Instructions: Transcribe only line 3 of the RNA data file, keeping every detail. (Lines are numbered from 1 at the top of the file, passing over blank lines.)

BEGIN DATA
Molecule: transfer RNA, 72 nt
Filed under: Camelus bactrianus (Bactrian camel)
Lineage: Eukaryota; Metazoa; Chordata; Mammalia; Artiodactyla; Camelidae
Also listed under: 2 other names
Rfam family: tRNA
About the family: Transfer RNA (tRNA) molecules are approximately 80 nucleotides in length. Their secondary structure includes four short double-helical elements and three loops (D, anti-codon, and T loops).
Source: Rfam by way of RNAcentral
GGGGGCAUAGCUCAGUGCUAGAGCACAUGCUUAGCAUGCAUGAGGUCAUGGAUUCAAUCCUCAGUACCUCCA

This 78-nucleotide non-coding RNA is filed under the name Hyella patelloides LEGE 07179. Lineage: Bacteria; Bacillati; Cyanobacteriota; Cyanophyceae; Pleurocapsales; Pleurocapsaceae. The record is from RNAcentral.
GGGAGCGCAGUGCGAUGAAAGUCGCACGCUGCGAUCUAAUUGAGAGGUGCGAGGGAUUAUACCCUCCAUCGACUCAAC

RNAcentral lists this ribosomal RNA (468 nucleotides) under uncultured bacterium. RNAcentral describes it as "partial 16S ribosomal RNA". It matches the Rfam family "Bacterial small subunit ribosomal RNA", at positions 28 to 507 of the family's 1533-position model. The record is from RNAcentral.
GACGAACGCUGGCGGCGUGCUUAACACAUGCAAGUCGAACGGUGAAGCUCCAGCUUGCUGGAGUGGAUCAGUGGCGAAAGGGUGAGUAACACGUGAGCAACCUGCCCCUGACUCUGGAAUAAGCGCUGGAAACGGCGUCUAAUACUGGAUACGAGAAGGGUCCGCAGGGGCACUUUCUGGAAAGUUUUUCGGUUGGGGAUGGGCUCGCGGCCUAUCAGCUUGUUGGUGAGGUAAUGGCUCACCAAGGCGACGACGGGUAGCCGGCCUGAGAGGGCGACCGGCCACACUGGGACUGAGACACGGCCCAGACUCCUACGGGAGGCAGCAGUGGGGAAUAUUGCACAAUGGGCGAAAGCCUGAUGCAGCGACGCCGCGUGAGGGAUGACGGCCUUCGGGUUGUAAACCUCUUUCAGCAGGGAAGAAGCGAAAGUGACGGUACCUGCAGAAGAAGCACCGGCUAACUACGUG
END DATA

Lineage: Eukaryota; Metazoa; Chordata; Mammalia; Artiodactyla; Camelidae